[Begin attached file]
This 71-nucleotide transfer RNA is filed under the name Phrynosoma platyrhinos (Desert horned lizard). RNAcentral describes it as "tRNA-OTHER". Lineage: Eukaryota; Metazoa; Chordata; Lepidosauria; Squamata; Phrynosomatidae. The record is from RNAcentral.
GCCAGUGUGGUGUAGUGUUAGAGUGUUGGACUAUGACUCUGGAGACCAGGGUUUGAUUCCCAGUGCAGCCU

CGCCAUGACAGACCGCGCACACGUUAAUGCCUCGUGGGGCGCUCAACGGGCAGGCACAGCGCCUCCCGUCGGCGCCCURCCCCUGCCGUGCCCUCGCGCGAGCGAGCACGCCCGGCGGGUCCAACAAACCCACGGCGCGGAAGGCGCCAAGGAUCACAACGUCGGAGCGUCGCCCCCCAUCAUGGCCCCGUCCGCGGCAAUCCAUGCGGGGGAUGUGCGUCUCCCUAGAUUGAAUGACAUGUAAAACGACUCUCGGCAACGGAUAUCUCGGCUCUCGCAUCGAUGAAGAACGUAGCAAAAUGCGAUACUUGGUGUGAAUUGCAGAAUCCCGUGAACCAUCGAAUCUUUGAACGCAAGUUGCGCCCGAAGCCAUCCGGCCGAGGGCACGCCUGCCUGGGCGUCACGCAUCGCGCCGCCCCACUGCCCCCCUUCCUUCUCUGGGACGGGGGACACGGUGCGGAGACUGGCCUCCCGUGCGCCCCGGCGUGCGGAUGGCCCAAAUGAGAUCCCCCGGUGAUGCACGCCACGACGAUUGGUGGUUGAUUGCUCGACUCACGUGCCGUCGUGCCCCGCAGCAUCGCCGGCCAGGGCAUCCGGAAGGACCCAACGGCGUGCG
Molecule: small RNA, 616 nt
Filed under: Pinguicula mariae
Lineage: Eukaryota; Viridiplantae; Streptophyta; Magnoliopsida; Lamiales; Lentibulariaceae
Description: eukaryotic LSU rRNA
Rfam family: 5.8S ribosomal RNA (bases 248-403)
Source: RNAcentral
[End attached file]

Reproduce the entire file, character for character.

This 71-nucleotide transfer RNA is filed under the name Phrynosoma platyrhinos (Desert horned lizard). RNAcentral describes it as "tRNA-OTHER". Lineage: Eukaryota; Metazoa; Chordata; Lepidosauria; Squamata; Phrynosomatidae. The record is from RNAcentral.
GCCAGUGUGGUGUAGUGUUAGAGUGUUGGACUAUGACUCUGGAGACCAGGGUUUGAUUCCCAGUGCAGCCU

CGCCAUGACAGACCGCGCACACGUUAAUGCCUCGUGGGGCGCUCAACGGGCAGGCACAGCGCCUCCCGUCGGCGCCCURCCCCUGCCGUGCCCUCGCGCGAGCGAGCACGCCCGGCGGGUCCAACAAACCCACGGCGCGGAAGGCGCCAAGGAUCACAACGUCGGAGCGUCGCCCCCCAUCAUGGCCCCGUCCGCGGCAAUCCAUGCGGGGGAUGUGCGUCUCCCUAGAUUGAAUGACAUGUAAAACGACUCUCGGCAACGGAUAUCUCGGCUCUCGCAUCGAUGAAGAACGUAGCAAAAUGCGAUACUUGGUGUGAAUUGCAGAAUCCCGUGAACCAUCGAAUCUUUGAACGCAAGUUGCGCCCGAAGCCAUCCGGCCGAGGGCACGCCUGCCUGGGCGUCACGCAUCGCGCCGCCCCACUGCCCCCCUUCCUUCUCUGGGACGGGGGACACGGUGCGGAGACUGGCCUCCCGUGCGCCCCGGCGUGCGGAUGGCCCAAAUGAGAUCCCCCGGUGAUGCACGCCACGACGAUUGGUGGUUGAUUGCUCGACUCACGUGCCGUCGUGCCCCGCAGCAUCGCCGGCCAGGGCAUCCGGAAGGACCCAACGGCGUGCG
Molecule: small RNA, 616 nt
Filed under: Pinguicula mariae
Lineage: Eukaryota; Viridiplantae; Streptophyta; Magnoliopsida; Lamiales; Lentibulariaceae
Description: eukaryotic LSU rRNA
Rfam family: 5.8S ribosomal RNA (bases 248-403)
Source: RNAcentral